It is clear that software is impacting every facet of human life. From how we shop, work, find love, and interact with friends and family, to our ways of travel, learning and use of natural resources, technology is bringing enormous changes. It is in the realm of energy where many of the most dramatic changes are taking place. Software has the capability to change not only how energy is generated and distributed, but also how efficiently we can use it.
Expectations placed on the sector are great – more energy is required to meet the needs of developing countries, while there is the expectation from consumers in Western countries that this should be done in a climate-neutral manner. The good news is that advances in technology are emerging rapidly, in four main areas: smart grids, renewable energy, data analytics and energy security. As Zartis has been delivering more projects in the energy-technology sector, we have had the chance to observe first hand some of the opportunities and risks associated with these advances.
Smart Grids allow us to observe energy usage at the individual/household level in real time, providing users with the capacity to understand their own usage, and energy retailers to optimize how they make energy available to consumers. A further advantage of Smart Grids is their capacity to promote usage at non-peak times, which can help level off the demand curve, allowing for more efficient energy generation at the level of power plants. Smart Grids can also leverage advances in software and hardware for mass usage of renewable energy within a national grid. Renewable energy micro-production has changed the game, placing energy generators where once we only had consumers.
Renewable Energy Software
Innovations in renewable energy software, as well as hardware, have boosted efficiency and helped bridge the gap between the cost of fossil fuels and cleaner forms of energy. Solar and wind generation have made massive strides in efficacy and cost, with software driving down prices through more efficient systems for managing generation, storage and distribution. Software has also rapidly improved the design of wind turbines, as well as helping create models for entire wind farms, so investors can understand potential performance, return on investment, construction challenges and environmental constraints on efficient operation of each turbine.
Analytics for Energy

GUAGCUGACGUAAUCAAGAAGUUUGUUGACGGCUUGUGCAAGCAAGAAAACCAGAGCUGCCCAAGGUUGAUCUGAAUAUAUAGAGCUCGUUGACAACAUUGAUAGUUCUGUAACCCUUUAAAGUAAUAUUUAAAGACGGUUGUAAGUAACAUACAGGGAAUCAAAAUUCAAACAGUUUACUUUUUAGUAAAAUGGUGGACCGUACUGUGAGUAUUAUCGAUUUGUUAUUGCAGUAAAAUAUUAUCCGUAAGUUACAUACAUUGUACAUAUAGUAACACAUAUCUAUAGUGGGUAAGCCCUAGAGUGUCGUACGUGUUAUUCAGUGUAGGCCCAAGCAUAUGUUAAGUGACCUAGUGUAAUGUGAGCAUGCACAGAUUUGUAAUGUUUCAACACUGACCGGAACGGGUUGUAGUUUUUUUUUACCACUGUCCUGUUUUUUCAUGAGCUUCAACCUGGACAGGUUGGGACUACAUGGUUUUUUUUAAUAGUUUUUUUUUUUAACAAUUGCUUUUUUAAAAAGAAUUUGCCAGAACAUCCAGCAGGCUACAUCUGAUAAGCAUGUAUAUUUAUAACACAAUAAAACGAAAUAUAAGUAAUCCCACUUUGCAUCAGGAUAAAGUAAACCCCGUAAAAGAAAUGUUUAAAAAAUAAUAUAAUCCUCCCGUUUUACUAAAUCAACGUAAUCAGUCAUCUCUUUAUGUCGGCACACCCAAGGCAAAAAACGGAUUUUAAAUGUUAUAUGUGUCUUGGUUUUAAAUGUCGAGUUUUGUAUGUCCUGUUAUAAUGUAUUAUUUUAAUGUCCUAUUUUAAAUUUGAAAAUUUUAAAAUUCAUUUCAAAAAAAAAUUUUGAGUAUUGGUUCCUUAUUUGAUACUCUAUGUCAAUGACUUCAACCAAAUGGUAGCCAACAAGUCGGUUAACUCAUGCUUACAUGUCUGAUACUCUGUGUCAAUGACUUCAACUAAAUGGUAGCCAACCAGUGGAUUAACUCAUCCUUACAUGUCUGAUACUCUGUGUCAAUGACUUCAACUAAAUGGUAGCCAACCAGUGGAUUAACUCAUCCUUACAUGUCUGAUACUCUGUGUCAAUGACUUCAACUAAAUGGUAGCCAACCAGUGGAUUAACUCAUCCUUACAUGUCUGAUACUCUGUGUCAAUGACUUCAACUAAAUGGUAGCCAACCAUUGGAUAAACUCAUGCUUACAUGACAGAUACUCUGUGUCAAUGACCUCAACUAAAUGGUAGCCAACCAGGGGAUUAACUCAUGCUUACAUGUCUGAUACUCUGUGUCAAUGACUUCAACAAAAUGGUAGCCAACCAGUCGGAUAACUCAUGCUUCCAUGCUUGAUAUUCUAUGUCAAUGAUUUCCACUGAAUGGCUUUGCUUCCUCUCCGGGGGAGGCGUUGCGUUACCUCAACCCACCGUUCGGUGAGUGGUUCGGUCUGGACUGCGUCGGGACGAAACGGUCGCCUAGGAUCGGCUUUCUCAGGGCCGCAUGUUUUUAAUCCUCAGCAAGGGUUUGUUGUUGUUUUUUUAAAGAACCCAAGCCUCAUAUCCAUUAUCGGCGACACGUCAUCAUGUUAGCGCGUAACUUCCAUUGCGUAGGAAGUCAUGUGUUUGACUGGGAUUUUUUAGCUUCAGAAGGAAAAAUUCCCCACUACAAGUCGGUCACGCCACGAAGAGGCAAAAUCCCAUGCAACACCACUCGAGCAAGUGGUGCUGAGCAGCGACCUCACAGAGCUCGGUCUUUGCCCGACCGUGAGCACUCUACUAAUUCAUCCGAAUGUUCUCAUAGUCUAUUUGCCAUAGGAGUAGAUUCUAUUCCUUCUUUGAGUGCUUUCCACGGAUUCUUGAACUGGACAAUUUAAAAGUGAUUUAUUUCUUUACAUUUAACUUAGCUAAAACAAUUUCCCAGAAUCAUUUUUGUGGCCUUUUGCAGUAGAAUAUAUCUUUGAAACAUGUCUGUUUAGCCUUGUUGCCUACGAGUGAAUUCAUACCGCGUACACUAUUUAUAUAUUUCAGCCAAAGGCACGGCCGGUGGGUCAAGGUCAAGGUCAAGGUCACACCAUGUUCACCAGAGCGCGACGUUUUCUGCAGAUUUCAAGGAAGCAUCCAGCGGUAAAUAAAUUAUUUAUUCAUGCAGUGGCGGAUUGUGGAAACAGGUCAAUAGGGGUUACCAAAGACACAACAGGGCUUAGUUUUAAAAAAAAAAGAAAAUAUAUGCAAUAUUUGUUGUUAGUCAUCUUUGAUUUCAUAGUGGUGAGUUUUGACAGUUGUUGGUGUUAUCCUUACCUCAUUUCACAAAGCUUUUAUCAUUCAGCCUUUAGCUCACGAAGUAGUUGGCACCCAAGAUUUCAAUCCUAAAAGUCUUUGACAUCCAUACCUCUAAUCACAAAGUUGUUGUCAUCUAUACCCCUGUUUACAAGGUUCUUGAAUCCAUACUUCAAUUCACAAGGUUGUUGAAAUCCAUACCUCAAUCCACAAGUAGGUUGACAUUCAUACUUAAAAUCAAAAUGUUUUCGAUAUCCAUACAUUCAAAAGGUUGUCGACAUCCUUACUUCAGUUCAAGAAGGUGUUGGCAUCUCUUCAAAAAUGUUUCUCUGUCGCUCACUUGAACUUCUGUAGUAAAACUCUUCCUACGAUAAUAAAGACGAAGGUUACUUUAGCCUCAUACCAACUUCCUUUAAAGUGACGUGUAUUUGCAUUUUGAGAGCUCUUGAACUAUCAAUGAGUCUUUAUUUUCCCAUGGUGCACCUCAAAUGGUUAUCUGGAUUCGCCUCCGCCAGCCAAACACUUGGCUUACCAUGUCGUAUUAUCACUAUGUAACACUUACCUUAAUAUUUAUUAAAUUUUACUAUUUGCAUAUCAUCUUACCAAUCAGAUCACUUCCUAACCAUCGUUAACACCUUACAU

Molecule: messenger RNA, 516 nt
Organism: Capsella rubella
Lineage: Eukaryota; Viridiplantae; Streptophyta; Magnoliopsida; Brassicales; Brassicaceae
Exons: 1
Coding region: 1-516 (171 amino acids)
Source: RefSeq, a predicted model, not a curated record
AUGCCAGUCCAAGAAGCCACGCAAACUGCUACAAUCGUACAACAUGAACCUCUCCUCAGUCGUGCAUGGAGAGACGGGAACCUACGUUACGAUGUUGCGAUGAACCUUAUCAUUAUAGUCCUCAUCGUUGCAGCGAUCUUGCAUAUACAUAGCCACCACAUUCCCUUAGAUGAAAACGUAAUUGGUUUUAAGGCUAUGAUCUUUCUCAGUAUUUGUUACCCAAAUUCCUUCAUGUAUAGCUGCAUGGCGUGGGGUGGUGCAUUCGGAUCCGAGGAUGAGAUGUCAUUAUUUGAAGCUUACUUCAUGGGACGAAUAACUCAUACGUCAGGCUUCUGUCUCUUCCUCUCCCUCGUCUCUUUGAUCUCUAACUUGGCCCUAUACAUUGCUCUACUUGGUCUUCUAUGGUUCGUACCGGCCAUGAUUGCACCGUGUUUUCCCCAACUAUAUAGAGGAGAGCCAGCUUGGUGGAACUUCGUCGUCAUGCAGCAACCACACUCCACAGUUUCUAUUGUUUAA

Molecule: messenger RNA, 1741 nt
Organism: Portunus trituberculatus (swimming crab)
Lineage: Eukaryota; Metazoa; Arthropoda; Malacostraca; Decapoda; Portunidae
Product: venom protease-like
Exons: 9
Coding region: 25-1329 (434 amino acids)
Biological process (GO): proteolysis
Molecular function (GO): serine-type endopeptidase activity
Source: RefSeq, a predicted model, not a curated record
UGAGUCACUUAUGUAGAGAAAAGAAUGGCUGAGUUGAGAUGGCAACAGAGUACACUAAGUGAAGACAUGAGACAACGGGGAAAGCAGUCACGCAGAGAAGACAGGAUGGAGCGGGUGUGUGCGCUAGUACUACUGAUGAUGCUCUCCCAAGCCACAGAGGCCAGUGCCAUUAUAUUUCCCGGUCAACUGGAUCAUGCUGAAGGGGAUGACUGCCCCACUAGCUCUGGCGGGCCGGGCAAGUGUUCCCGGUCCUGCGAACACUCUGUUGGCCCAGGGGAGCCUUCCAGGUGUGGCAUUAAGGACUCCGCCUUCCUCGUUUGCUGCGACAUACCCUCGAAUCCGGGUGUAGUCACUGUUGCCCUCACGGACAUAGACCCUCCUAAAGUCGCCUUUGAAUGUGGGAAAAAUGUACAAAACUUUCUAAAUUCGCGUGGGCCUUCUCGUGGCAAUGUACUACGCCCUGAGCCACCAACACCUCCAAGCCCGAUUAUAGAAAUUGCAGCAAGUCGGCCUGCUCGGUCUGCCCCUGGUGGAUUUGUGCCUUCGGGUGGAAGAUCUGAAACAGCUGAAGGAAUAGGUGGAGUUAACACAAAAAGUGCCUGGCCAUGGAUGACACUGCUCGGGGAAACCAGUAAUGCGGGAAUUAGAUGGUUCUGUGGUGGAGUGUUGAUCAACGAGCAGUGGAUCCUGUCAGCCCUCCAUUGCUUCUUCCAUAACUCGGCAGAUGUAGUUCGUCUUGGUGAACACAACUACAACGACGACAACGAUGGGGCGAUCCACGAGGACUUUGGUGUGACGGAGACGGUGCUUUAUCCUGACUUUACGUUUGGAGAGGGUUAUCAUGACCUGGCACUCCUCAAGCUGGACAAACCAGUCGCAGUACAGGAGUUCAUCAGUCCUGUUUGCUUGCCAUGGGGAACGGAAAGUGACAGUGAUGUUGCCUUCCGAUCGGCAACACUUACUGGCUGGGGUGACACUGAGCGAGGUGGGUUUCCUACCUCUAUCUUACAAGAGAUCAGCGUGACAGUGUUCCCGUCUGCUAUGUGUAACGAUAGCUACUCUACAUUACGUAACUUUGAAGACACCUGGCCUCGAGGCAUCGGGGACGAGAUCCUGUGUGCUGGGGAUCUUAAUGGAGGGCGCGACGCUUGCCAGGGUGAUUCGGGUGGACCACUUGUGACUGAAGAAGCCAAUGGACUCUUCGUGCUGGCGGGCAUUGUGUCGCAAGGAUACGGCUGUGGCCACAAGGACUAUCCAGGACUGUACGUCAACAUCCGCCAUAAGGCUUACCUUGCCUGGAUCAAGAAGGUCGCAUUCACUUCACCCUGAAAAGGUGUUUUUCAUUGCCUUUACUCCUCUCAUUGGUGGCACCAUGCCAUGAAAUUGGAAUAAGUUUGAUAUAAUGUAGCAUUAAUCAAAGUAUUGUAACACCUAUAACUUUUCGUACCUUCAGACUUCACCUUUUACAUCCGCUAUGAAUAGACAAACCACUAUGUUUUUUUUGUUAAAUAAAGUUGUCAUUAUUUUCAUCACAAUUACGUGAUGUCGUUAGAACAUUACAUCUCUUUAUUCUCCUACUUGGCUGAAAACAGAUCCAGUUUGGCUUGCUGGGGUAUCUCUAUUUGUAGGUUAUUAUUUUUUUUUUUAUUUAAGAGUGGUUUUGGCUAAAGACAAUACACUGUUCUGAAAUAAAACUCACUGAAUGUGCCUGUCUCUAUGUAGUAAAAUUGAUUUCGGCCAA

Vast numbers of data engineers are being hired in the energy software and technology sector, and this is for a variety of reasons. Firstly, analytics can assist utility companies in customer targeting and segmentations. Secondly, a deeper understanding of how consumers and businesses utilise energy provides huge opportunities for promoting energy efficiency. This can also inform what rates and tariffs can be offered, while streamlining everything from pricing, to billing to customer loyalty programmes. Properly deployed analytics can also provide a more robust approach to energy security.
Let’s consider security in two different manners – firstly, in terms of preventing energy theft, and secondly, in reference to supply/grid integrity. An informed approach to data analytics can help detect energy fraud, which is a source of major losses for utility companies, and leads to higher prices for consumers and businesses.
On the second matter, the way in which energy grids have transformed creates significant risks from a cybersecurity perspective. A more distributed approach to energy generation can provide malefactors with an opportunity to disrupt supply which could cripple local and national economies, at least temporarily. To give an example, in 2015 there was a major disruption to the grid system in Ukraine, when hackers were able to access Scada systems and create an outage that took weeks to recover from. A lack of two-factor authentication was the main reason this attack could take place.
A twin track approach needs to be utilised to protect the integrity of the grid system. On the software side, loopholes, bugs and cracks need to be removed very quickly, and these ongoing software improvements need to be augmented with proper adherence to quality standards in terms of operation, and industry-specific certifications such as IEC 62443.
Improvements in energy software have the capability to massively transform energy usage and the wider environment in very positive ways. However, all change brings risk with it, and technology providers, utility companies and governments need to be mindful of what can go wrong, and prevent malefactors from creating economic and social disruption.